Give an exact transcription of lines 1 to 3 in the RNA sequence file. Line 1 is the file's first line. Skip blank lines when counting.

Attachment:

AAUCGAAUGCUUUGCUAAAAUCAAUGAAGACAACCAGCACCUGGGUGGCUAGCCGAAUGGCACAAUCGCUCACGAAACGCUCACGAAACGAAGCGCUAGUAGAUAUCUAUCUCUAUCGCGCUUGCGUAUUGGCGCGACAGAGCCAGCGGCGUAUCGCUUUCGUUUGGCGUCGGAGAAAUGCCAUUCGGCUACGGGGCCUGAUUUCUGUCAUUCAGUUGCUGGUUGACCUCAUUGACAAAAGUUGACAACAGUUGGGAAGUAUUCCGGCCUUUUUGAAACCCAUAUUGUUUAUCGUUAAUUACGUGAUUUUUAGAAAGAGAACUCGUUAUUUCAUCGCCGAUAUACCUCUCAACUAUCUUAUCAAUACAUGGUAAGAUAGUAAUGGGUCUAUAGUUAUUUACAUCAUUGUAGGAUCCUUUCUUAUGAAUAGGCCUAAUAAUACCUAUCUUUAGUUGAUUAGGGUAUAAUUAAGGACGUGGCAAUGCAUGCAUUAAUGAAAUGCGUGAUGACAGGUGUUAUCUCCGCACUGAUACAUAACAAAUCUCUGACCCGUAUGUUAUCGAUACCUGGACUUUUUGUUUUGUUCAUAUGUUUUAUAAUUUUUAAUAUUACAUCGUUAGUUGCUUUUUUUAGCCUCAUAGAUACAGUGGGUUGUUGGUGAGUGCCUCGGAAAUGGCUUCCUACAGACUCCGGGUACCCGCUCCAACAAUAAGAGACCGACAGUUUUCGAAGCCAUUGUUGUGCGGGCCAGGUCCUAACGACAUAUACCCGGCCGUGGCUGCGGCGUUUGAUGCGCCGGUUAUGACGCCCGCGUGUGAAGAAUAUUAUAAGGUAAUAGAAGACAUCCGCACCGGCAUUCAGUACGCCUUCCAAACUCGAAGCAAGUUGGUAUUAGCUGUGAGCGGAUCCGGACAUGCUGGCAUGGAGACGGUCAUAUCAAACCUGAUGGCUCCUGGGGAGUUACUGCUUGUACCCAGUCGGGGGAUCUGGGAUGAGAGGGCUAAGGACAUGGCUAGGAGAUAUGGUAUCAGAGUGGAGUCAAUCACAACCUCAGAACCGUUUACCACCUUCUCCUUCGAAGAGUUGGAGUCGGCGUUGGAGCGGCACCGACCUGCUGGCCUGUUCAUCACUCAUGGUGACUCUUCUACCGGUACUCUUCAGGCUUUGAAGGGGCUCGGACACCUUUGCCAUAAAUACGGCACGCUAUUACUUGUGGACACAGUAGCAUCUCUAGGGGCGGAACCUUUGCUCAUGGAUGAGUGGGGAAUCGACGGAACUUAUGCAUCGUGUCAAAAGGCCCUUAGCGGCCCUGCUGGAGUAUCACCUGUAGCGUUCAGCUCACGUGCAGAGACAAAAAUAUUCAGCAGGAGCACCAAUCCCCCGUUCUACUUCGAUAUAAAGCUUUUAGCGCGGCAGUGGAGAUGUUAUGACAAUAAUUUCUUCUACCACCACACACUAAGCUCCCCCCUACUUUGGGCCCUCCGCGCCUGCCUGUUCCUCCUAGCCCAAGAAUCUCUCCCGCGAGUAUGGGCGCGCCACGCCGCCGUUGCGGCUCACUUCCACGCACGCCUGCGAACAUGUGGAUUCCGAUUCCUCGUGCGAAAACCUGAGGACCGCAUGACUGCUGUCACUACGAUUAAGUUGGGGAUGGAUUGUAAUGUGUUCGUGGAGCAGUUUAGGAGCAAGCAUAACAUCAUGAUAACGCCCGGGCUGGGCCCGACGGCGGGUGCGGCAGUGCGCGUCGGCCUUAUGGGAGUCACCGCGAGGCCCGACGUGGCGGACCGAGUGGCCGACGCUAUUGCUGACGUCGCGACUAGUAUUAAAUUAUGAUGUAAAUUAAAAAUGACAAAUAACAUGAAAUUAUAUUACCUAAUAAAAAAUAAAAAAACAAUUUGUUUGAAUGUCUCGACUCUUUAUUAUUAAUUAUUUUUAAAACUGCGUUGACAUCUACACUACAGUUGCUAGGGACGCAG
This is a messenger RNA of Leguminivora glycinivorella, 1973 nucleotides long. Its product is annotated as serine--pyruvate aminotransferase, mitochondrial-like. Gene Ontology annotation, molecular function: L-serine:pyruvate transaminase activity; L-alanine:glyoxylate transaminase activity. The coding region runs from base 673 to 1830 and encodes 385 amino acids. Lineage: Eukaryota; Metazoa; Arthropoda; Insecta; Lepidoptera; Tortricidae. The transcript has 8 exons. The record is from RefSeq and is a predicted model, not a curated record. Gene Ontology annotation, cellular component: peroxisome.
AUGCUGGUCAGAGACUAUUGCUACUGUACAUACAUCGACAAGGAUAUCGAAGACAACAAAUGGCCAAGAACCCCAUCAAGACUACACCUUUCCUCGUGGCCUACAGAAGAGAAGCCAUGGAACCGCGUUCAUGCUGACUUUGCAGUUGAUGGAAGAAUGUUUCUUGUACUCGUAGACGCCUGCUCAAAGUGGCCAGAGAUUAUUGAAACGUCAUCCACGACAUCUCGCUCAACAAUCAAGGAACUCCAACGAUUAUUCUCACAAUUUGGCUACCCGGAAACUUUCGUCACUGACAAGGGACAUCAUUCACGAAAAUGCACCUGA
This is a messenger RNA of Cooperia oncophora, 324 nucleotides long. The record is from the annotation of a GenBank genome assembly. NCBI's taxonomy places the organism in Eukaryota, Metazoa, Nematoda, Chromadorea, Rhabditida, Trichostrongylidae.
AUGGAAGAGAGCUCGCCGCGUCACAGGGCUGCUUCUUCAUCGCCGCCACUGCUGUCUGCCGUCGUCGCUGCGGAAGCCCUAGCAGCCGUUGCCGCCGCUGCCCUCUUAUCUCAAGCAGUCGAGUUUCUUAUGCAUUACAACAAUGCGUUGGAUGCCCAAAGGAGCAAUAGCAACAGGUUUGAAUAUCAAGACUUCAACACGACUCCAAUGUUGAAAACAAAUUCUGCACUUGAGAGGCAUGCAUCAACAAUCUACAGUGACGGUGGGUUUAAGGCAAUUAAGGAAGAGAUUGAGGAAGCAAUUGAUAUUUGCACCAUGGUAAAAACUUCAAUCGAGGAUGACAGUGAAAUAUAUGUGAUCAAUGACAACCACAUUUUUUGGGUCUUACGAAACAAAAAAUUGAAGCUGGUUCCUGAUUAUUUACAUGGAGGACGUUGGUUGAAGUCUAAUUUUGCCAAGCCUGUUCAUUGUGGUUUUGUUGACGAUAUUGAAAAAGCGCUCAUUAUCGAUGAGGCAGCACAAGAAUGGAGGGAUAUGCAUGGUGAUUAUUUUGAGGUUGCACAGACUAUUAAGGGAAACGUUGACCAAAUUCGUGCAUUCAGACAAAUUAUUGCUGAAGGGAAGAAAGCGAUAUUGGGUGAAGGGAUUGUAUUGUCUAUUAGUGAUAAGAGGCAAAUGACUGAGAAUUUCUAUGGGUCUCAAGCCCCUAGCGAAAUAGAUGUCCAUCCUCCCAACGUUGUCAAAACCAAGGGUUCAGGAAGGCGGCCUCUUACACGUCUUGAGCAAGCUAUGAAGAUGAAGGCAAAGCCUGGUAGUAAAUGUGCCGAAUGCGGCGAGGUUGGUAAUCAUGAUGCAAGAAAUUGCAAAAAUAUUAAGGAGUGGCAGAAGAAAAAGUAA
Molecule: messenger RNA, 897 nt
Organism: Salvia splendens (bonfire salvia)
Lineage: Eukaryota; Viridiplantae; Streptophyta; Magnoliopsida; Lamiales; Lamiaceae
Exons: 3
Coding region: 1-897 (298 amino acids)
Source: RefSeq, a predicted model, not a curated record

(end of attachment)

AAUCGAAUGCUUUGCUAAAAUCAAUGAAGACAACCAGCACCUGGGUGGCUAGCCGAAUGGCACAAUCGCUCACGAAACGCUCACGAAACGAAGCGCUAGUAGAUAUCUAUCUCUAUCGCGCUUGCGUAUUGGCGCGACAGAGCCAGCGGCGUAUCGCUUUCGUUUGGCGUCGGAGAAAUGCCAUUCGGCUACGGGGCCUGAUUUCUGUCAUUCAGUUGCUGGUUGACCUCAUUGACAAAAGUUGACAACAGUUGGGAAGUAUUCCGGCCUUUUUGAAACCCAUAUUGUUUAUCGUUAAUUACGUGAUUUUUAGAAAGAGAACUCGUUAUUUCAUCGCCGAUAUACCUCUCAACUAUCUUAUCAAUACAUGGUAAGAUAGUAAUGGGUCUAUAGUUAUUUACAUCAUUGUAGGAUCCUUUCUUAUGAAUAGGCCUAAUAAUACCUAUCUUUAGUUGAUUAGGGUAUAAUUAAGGACGUGGCAAUGCAUGCAUUAAUGAAAUGCGUGAUGACAGGUGUUAUCUCCGCACUGAUACAUAACAAAUCUCUGACCCGUAUGUUAUCGAUACCUGGACUUUUUGUUUUGUUCAUAUGUUUUAUAAUUUUUAAUAUUACAUCGUUAGUUGCUUUUUUUAGCCUCAUAGAUACAGUGGGUUGUUGGUGAGUGCCUCGGAAAUGGCUUCCUACAGACUCCGGGUACCCGCUCCAACAAUAAGAGACCGACAGUUUUCGAAGCCAUUGUUGUGCGGGCCAGGUCCUAACGACAUAUACCCGGCCGUGGCUGCGGCGUUUGAUGCGCCGGUUAUGACGCCCGCGUGUGAAGAAUAUUAUAAGGUAAUAGAAGACAUCCGCACCGGCAUUCAGUACGCCUUCCAAACUCGAAGCAAGUUGGUAUUAGCUGUGAGCGGAUCCGGACAUGCUGGCAUGGAGACGGUCAUAUCAAACCUGAUGGCUCCUGGGGAGUUACUGCUUGUACCCAGUCGGGGGAUCUGGGAUGAGAGGGCUAAGGACAUGGCUAGGAGAUAUGGUAUCAGAGUGGAGUCAAUCACAACCUCAGAACCGUUUACCACCUUCUCCUUCGAAGAGUUGGAGUCGGCGUUGGAGCGGCACCGACCUGCUGGCCUGUUCAUCACUCAUGGUGACUCUUCUACCGGUACUCUUCAGGCUUUGAAGGGGCUCGGACACCUUUGCCAUAAAUACGGCACGCUAUUACUUGUGGACACAGUAGCAUCUCUAGGGGCGGAACCUUUGCUCAUGGAUGAGUGGGGAAUCGACGGAACUUAUGCAUCGUGUCAAAAGGCCCUUAGCGGCCCUGCUGGAGUAUCACCUGUAGCGUUCAGCUCACGUGCAGAGACAAAAAUAUUCAGCAGGAGCACCAAUCCCCCGUUCUACUUCGAUAUAAAGCUUUUAGCGCGGCAGUGGAGAUGUUAUGACAAUAAUUUCUUCUACCACCACACACUAAGCUCCCCCCUACUUUGGGCCCUCCGCGCCUGCCUGUUCCUCCUAGCCCAAGAAUCUCUCCCGCGAGUAUGGGCGCGCCACGCCGCCGUUGCGGCUCACUUCCACGCACGCCUGCGAACAUGUGGAUUCCGAUUCCUCGUGCGAAAACCUGAGGACCGCAUGACUGCUGUCACUACGAUUAAGUUGGGGAUGGAUUGUAAUGUGUUCGUGGAGCAGUUUAGGAGCAAGCAUAACAUCAUGAUAACGCCCGGGCUGGGCCCGACGGCGGGUGCGGCAGUGCGCGUCGGCCUUAUGGGAGUCACCGCGAGGCCCGACGUGGCGGACCGAGUGGCCGACGCUAUUGCUGACGUCGCGACUAGUAUUAAAUUAUGAUGUAAAUUAAAAAUGACAAAUAACAUGAAAUUAUAUUACCUAAUAAAAAAUAAAAAAACAAUUUGUUUGAAUGUCUCGACUCUUUAUUAUUAAUUAUUUUUAAAACUGCGUUGACAUCUACACUACAGUUGCUAGGGACGCAG
This is a messenger RNA of Leguminivora glycinivorella, 1973 nucleotides long. Its product is annotated as serine--pyruvate aminotransferase, mitochondrial-like. Gene Ontology annotation, molecular function: L-serine:pyruvate transaminase activity; L-alanine:glyoxylate transaminase activity. The coding region runs from base 673 to 1830 and encodes 385 amino acids. Lineage: Eukaryota; Metazoa; Arthropoda; Insecta; Lepidoptera; Tortricidae. The transcript has 8 exons. The record is from RefSeq and is a predicted model, not a curated record. Gene Ontology annotation, cellular component: peroxisome.
AUGCUGGUCAGAGACUAUUGCUACUGUACAUACAUCGACAAGGAUAUCGAAGACAACAAAUGGCCAAGAACCCCAUCAAGACUACACCUUUCCUCGUGGCCUACAGAAGAGAAGCCAUGGAACCGCGUUCAUGCUGACUUUGCAGUUGAUGGAAGAAUGUUUCUUGUACUCGUAGACGCCUGCUCAAAGUGGCCAGAGAUUAUUGAAACGUCAUCCACGACAUCUCGCUCAACAAUCAAGGAACUCCAACGAUUAUUCUCACAAUUUGGCUACCCGGAAACUUUCGUCACUGACAAGGGACAUCAUUCACGAAAAUGCACCUGA